Vitiligo 101: Some Basic Facts
With Chantelle Brown-Young appearing on America’s Next Top Model, the skin condition vitiligo has received a lot of media attention of late. However, there are still many misconceptions about vitiligo and I thought I’d take the opportunity to clear some of them up.
So what is vitiligo? It is a condition in which pigment cells are destroyed, resulting in white patches on the skin. Any part of the body where pigment cells are present may be involved, but the most common sites are:
1. Exposed areas such as the face and neck
2. Body folds (e.g., armpits, groin)
3. Site of injury (e.g., cuts, scrapes, burns)
4. Hair (i.e., early greying)
5. Areas surrounding moles
Vitiligo affects 1 - 2% of the total population. Commonly patients experience the loss of pigment before reaching 20 years of age. There is also often a family history of a similar disorder. Patients with vitiligo are otherwise in good health.
The cause of vitiligo is still unknown. Many people report a pigment loss shortly after suffering emotional stress or physical injury. One theory as to the cause is that an autoimmune process destroys the pigment cells. That is to say, the patient forms antibodies against his or her own pigment cells. However, there are other theories as to the cause of vitiligo and though much research is being done there is not yet a consensus on the cause of the disease.
The severity of pigment loss will vary from person to person. There is no way to predict how much pigment an individual will lose, however illness and stress can result in more pigment loss. It is possible to lose all of the colour from the skin, however, this is rare. Cycles of pigment loss followed by periods of stability may continue indefinitely or the process may not progress after the initial loss, and in some cases there may be spontaneous recovery.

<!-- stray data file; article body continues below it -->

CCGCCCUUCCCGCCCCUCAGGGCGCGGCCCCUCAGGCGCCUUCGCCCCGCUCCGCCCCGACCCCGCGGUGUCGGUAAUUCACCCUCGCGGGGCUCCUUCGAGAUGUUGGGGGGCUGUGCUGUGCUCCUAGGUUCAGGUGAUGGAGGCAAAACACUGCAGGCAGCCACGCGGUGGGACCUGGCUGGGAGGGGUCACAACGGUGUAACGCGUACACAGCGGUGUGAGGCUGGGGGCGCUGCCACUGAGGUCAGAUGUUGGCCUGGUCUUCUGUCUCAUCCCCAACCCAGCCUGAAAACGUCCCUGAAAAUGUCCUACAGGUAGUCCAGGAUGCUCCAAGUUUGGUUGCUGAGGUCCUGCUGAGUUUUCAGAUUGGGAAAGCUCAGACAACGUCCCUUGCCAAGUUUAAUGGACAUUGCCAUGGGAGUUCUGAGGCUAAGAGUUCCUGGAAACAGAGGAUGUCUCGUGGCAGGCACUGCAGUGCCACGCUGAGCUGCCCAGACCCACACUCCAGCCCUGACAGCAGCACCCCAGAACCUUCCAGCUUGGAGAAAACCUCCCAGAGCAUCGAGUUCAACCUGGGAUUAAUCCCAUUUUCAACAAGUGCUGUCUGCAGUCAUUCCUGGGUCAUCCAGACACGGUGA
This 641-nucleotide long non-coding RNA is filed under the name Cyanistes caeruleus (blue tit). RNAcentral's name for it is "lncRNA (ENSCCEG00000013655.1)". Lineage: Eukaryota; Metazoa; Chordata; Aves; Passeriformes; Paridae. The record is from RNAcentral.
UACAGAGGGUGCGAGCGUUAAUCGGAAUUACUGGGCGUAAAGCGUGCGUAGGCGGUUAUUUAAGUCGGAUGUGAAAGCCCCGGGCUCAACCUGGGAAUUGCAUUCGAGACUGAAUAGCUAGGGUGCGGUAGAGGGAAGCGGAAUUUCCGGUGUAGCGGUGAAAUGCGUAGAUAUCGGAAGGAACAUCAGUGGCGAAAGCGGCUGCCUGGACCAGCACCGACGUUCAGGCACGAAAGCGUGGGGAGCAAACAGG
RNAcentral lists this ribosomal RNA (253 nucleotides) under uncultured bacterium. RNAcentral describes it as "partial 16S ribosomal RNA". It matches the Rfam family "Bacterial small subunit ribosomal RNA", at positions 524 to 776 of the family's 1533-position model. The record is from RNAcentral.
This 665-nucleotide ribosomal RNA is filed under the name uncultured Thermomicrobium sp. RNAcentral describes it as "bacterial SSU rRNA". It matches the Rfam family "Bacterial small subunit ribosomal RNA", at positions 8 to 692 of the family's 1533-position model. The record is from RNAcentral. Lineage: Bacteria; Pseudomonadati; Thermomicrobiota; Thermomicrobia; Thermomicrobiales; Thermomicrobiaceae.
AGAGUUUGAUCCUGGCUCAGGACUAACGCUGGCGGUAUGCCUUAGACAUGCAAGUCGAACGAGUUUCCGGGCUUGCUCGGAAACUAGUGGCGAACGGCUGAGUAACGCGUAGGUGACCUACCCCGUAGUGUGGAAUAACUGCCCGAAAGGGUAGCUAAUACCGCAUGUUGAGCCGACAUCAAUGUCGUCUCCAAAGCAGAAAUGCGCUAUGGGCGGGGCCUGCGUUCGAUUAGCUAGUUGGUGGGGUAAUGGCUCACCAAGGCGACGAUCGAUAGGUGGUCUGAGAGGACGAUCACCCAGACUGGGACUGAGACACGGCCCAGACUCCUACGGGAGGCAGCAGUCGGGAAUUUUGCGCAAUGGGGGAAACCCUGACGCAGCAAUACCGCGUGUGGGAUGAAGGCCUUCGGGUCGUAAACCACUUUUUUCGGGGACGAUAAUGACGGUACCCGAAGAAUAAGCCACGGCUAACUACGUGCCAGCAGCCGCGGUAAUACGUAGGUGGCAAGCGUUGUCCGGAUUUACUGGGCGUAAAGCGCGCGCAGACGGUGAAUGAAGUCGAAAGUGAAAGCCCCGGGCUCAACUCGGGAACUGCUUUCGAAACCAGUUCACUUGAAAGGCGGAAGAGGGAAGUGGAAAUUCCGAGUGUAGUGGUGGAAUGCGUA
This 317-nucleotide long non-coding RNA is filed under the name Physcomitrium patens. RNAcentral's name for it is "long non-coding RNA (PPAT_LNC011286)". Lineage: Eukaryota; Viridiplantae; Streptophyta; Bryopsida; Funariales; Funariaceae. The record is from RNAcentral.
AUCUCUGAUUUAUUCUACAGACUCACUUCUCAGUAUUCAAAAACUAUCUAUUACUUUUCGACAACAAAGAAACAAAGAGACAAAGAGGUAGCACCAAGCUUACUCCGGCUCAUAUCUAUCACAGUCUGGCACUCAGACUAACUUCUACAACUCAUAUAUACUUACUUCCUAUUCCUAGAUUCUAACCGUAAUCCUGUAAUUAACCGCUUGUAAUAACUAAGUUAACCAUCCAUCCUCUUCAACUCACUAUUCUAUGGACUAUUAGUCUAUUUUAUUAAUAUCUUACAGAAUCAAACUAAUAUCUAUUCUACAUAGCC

Vitiligo patients should take extra precautions from the the sun to prevent burning in the white areas and darkening of the normal areas, which would exaggerate the contrast between the two colours. Patients should wear a sun block (SPF 30 or higher) on the normal skin as well as the vitiligo-affected skin.
When it comes to treatment for vitiligo, we cannot cure the disease but only offer forms of control. One treatment method is utilizing narrowband UVB therapy to stimulate the reformation of pigment. Usually a trial of at least three months of treatment is needed to see if the pigmentation will return. If the pigment returns with treatment there is a very good chance of it remaining, however, new areas of vitiligo might appear in the other sites at any time. Other treatments include the use of potent topical steroid creams or topical tacrolimus ointment (protopic).
Although there is currently no cure for vitiligo, research is continuing and there is an increasing understanding of the disease, which ultimately will lead to better treatments. In the mean time, people with vitiligo should be inspired by role models like Chantelle Brown-Young.